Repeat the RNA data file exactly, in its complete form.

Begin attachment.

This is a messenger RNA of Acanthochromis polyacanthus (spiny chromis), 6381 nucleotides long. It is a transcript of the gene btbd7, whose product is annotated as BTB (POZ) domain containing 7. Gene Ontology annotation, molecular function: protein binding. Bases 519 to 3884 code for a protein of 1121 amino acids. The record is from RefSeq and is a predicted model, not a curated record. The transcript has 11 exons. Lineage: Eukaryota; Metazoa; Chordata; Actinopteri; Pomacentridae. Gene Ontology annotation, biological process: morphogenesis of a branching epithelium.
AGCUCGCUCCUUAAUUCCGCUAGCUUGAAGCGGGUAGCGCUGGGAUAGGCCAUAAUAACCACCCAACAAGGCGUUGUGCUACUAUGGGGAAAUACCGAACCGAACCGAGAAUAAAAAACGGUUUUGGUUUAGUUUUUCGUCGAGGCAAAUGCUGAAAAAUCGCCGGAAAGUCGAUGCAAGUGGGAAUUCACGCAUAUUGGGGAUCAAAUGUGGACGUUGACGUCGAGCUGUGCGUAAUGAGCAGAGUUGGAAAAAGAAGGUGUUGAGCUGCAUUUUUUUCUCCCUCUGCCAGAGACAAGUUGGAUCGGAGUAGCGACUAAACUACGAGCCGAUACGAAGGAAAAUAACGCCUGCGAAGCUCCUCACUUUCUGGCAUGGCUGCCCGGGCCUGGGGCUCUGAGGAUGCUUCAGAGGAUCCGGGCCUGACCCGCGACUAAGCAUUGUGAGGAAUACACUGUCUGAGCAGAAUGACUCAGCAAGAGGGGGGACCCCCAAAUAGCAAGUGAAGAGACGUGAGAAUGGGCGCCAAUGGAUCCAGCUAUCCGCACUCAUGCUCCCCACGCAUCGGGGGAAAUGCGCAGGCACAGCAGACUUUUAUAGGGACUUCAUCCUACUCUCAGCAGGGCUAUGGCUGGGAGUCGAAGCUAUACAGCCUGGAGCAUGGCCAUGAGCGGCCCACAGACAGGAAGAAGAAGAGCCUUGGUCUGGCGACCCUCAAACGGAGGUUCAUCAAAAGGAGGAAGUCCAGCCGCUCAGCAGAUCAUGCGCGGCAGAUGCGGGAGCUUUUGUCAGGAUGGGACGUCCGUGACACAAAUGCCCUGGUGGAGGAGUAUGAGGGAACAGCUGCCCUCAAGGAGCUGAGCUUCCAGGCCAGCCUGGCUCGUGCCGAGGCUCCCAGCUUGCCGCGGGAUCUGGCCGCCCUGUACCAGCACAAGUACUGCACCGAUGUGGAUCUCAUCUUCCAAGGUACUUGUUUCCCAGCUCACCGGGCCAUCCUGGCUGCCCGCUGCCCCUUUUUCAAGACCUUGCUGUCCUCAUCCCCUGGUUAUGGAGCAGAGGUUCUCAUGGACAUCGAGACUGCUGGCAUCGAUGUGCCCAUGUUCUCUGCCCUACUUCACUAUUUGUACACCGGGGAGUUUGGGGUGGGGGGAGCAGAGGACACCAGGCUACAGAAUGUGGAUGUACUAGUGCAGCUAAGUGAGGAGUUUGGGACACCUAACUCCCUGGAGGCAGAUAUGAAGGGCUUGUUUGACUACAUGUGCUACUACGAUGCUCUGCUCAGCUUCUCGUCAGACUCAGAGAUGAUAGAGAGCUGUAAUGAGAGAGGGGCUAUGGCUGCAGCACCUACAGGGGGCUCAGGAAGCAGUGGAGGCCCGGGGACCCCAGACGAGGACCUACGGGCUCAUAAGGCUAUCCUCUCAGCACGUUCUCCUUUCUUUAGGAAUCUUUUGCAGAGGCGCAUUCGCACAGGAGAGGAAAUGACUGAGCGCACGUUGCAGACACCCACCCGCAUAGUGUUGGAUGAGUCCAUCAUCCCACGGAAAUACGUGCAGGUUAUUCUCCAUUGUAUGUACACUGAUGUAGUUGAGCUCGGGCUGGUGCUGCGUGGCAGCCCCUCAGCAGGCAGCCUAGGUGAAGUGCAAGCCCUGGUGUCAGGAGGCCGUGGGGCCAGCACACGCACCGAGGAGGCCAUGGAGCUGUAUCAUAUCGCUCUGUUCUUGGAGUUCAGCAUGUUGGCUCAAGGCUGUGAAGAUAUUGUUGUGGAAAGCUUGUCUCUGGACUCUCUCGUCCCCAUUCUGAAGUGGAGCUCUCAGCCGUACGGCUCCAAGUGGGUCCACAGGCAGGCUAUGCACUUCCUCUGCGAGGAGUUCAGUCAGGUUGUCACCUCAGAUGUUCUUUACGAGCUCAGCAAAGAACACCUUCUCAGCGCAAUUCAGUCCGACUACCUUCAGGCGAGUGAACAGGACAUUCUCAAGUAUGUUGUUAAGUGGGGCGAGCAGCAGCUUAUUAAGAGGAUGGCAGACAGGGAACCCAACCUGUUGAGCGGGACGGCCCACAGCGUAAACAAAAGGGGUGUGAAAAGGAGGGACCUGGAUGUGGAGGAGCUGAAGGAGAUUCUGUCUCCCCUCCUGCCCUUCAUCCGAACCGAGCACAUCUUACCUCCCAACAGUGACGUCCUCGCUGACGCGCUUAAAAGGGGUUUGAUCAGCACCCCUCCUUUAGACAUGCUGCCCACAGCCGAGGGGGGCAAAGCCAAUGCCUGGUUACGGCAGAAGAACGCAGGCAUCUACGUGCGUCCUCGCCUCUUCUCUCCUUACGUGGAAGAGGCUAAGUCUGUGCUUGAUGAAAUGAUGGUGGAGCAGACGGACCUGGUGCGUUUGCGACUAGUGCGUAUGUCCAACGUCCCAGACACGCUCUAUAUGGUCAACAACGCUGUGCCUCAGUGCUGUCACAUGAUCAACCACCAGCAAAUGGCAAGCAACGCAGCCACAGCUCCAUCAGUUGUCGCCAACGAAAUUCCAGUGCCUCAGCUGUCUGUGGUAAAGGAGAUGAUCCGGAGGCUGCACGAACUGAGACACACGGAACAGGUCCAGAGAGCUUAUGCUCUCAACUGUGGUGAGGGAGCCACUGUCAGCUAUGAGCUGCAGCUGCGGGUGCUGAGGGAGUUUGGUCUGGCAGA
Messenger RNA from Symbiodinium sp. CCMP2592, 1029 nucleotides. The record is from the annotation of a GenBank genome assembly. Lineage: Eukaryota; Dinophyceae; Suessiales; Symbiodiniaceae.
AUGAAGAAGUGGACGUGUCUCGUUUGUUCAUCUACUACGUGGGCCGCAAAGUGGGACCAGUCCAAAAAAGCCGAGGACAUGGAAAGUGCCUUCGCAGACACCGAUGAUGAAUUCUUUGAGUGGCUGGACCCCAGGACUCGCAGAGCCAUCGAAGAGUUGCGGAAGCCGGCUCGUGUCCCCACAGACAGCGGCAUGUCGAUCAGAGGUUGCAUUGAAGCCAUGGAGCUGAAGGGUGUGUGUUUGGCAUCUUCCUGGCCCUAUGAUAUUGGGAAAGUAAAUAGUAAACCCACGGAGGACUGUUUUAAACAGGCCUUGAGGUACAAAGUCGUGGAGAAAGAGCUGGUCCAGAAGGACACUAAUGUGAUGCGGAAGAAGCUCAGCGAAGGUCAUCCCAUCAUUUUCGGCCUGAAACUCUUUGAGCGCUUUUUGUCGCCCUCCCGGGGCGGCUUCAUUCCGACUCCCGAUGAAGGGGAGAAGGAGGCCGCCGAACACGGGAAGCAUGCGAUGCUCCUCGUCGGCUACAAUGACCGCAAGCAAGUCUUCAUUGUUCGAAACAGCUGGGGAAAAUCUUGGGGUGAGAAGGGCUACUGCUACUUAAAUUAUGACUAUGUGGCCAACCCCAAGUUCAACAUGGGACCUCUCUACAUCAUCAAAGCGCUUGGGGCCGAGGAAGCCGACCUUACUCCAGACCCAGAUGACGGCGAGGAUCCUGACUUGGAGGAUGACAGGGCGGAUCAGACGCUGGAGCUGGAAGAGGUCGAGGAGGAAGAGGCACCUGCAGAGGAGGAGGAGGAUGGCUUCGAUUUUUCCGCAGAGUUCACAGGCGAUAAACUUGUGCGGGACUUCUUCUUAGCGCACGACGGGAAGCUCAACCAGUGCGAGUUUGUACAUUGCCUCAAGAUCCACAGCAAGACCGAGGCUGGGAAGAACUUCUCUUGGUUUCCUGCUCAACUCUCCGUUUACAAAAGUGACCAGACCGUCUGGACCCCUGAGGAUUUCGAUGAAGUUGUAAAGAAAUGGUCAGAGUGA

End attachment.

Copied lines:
This is a messenger RNA of Acanthochromis polyacanthus (spiny chromis), 6381 nucleotides long. It is a transcript of the gene btbd7, whose product is annotated as BTB (POZ) domain containing 7. Gene Ontology annotation, molecular function: protein binding. Bases 519 to 3884 code for a protein of 1121 amino acids. The record is from RefSeq and is a predicted model, not a curated record. The transcript has 11 exons. Lineage: Eukaryota; Metazoa; Chordata; Actinopteri; Pomacentridae. Gene Ontology annotation, biological process: morphogenesis of a branching epithelium.
AGCUCGCUCCUUAAUUCCGCUAGCUUGAAGCGGGUAGCGCUGGGAUAGGCCAUAAUAACCACCCAACAAGGCGUUGUGCUACUAUGGGGAAAUACCGAACCGAACCGAGAAUAAAAAACGGUUUUGGUUUAGUUUUUCGUCGAGGCAAAUGCUGAAAAAUCGCCGGAAAGUCGAUGCAAGUGGGAAUUCACGCAUAUUGGGGAUCAAAUGUGGACGUUGACGUCGAGCUGUGCGUAAUGAGCAGAGUUGGAAAAAGAAGGUGUUGAGCUGCAUUUUUUUCUCCCUCUGCCAGAGACAAGUUGGAUCGGAGUAGCGACUAAACUACGAGCCGAUACGAAGGAAAAUAACGCCUGCGAAGCUCCUCACUUUCUGGCAUGGCUGCCCGGGCCUGGGGCUCUGAGGAUGCUUCAGAGGAUCCGGGCCUGACCCGCGACUAAGCAUUGUGAGGAAUACACUGUCUGAGCAGAAUGACUCAGCAAGAGGGGGGACCCCCAAAUAGCAAGUGAAGAGACGUGAGAAUGGGCGCCAAUGGAUCCAGCUAUCCGCACUCAUGCUCCCCACGCAUCGGGGGAAAUGCGCAGGCACAGCAGACUUUUAUAGGGACUUCAUCCUACUCUCAGCAGGGCUAUGGCUGGGAGUCGAAGCUAUACAGCCUGGAGCAUGGCCAUGAGCGGCCCACAGACAGGAAGAAGAAGAGCCUUGGUCUGGCGACCCUCAAACGGAGGUUCAUCAAAAGGAGGAAGUCCAGCCGCUCAGCAGAUCAUGCGCGGCAGAUGCGGGAGCUUUUGUCAGGAUGGGACGUCCGUGACACAAAUGCCCUGGUGGAGGAGUAUGAGGGAACAGCUGCCCUCAAGGAGCUGAGCUUCCAGGCCAGCCUGGCUCGUGCCGAGGCUCCCAGCUUGCCGCGGGAUCUGGCCGCCCUGUACCAGCACAAGUACUGCACCGAUGUGGAUCUCAUCUUCCAAGGUACUUGUUUCCCAGCUCACCGGGCCAUCCUGGCUGCCCGCUGCCCCUUUUUCAAGACCUUGCUGUCCUCAUCCCCUGGUUAUGGAGCAGAGGUUCUCAUGGACAUCGAGACUGCUGGCAUCGAUGUGCCCAUGUUCUCUGCCCUACUUCACUAUUUGUACACCGGGGAGUUUGGGGUGGGGGGAGCAGAGGACACCAGGCUACAGAAUGUGGAUGUACUAGUGCAGCUAAGUGAGGAGUUUGGGACACCUAACUCCCUGGAGGCAGAUAUGAAGGGCUUGUUUGACUACAUGUGCUACUACGAUGCUCUGCUCAGCUUCUCGUCAGACUCAGAGAUGAUAGAGAGCUGUAAUGAGAGAGGGGCUAUGGCUGCAGCACCUACAGGGGGCUCAGGAAGCAGUGGAGGCCCGGGGACCCCAGACGAGGACCUACGGGCUCAUAAGGCUAUCCUCUCAGCACGUUCUCCUUUCUUUAGGAAUCUUUUGCAGAGGCGCAUUCGCACAGGAGAGGAAAUGACUGAGCGCACGUUGCAGACACCCACCCGCAUAGUGUUGGAUGAGUCCAUCAUCCCACGGAAAUACGUGCAGGUUAUUCUCCAUUGUAUGUACACUGAUGUAGUUGAGCUCGGGCUGGUGCUGCGUGGCAGCCCCUCAGCAGGCAGCCUAGGUGAAGUGCAAGCCCUGGUGUCAGGAGGCCGUGGGGCCAGCACACGCACCGAGGAGGCCAUGGAGCUGUAUCAUAUCGCUCUGUUCUUGGAGUUCAGCAUGUUGGCUCAAGGCUGUGAAGAUAUUGUUGUGGAAAGCUUGUCUCUGGACUCUCUCGUCCCCAUUCUGAAGUGGAGCUCUCAGCCGUACGGCUCCAAGUGGGUCCACAGGCAGGCUAUGCACUUCCUCUGCGAGGAGUUCAGUCAGGUUGUCACCUCAGAUGUUCUUUACGAGCUCAGCAAAGAACACCUUCUCAGCGCAAUUCAGUCCGACUACCUUCAGGCGAGUGAACAGGACAUUCUCAAGUAUGUUGUUAAGUGGGGCGAGCAGCAGCUUAUUAAGAGGAUGGCAGACAGGGAACCCAACCUGUUGAGCGGGACGGCCCACAGCGUAAACAAAAGGGGUGUGAAAAGGAGGGACCUGGAUGUGGAGGAGCUGAAGGAGAUUCUGUCUCCCCUCCUGCCCUUCAUCCGAACCGAGCACAUCUUACCUCCCAACAGUGACGUCCUCGCUGACGCGCUUAAAAGGGGUUUGAUCAGCACCCCUCCUUUAGACAUGCUGCCCACAGCCGAGGGGGGCAAAGCCAAUGCCUGGUUACGGCAGAAGAACGCAGGCAUCUACGUGCGUCCUCGCCUCUUCUCUCCUUACGUGGAAGAGGCUAAGUCUGUGCUUGAUGAAAUGAUGGUGGAGCAGACGGACCUGGUGCGUUUGCGACUAGUGCGUAUGUCCAACGUCCCAGACACGCUCUAUAUGGUCAACAACGCUGUGCCUCAGUGCUGUCACAUGAUCAACCACCAGCAAAUGGCAAGCAACGCAGCCACAGCUCCAUCAGUUGUCGCCAACGAAAUUCCAGUGCCUCAGCUGUCUGUGGUAAAGGAGAUGAUCCGGAGGCUGCACGAACUGAGACACACGGAACAGGUCCAGAGAGCUUAUGCUCUCAACUGUGGUGAGGGAGCCACUGUCAGCUAUGAGCUGCAGCUGCGGGUGCUGAGGGAGUUUGGUCUGGCAGA
Messenger RNA from Symbiodinium sp. CCMP2592, 1029 nucleotides. The record is from the annotation of a GenBank genome assembly. Lineage: Eukaryota; Dinophyceae; Suessiales; Symbiodiniaceae.
AUGAAGAAGUGGACGUGUCUCGUUUGUUCAUCUACUACGUGGGCCGCAAAGUGGGACCAGUCCAAAAAAGCCGAGGACAUGGAAAGUGCCUUCGCAGACACCGAUGAUGAAUUCUUUGAGUGGCUGGACCCCAGGACUCGCAGAGCCAUCGAAGAGUUGCGGAAGCCGGCUCGUGUCCCCACAGACAGCGGCAUGUCGAUCAGAGGUUGCAUUGAAGCCAUGGAGCUGAAGGGUGUGUGUUUGGCAUCUUCCUGGCCCUAUGAUAUUGGGAAAGUAAAUAGUAAACCCACGGAGGACUGUUUUAAACAGGCCUUGAGGUACAAAGUCGUGGAGAAAGAGCUGGUCCAGAAGGACACUAAUGUGAUGCGGAAGAAGCUCAGCGAAGGUCAUCCCAUCAUUUUCGGCCUGAAACUCUUUGAGCGCUUUUUGUCGCCCUCCCGGGGCGGCUUCAUUCCGACUCCCGAUGAAGGGGAGAAGGAGGCCGCCGAACACGGGAAGCAUGCGAUGCUCCUCGUCGGCUACAAUGACCGCAAGCAAGUCUUCAUUGUUCGAAACAGCUGGGGAAAAUCUUGGGGUGAGAAGGGCUACUGCUACUUAAAUUAUGACUAUGUGGCCAACCCCAAGUUCAACAUGGGACCUCUCUACAUCAUCAAAGCGCUUGGGGCCGAGGAAGCCGACCUUACUCCAGACCCAGAUGACGGCGAGGAUCCUGACUUGGAGGAUGACAGGGCGGAUCAGACGCUGGAGCUGGAAGAGGUCGAGGAGGAAGAGGCACCUGCAGAGGAGGAGGAGGAUGGCUUCGAUUUUUCCGCAGAGUUCACAGGCGAUAAACUUGUGCGGGACUUCUUCUUAGCGCACGACGGGAAGCUCAACCAGUGCGAGUUUGUACAUUGCCUCAAGAUCCACAGCAAGACCGAGGCUGGGAAGAACUUCUCUUGGUUUCCUGCUCAACUCUCCGUUUACAAAAGUGACCAGACCGUCUGGACCCCUGAGGAUUUCGAUGAAGUUGUAAAGAAAUGGUCAGAGUGA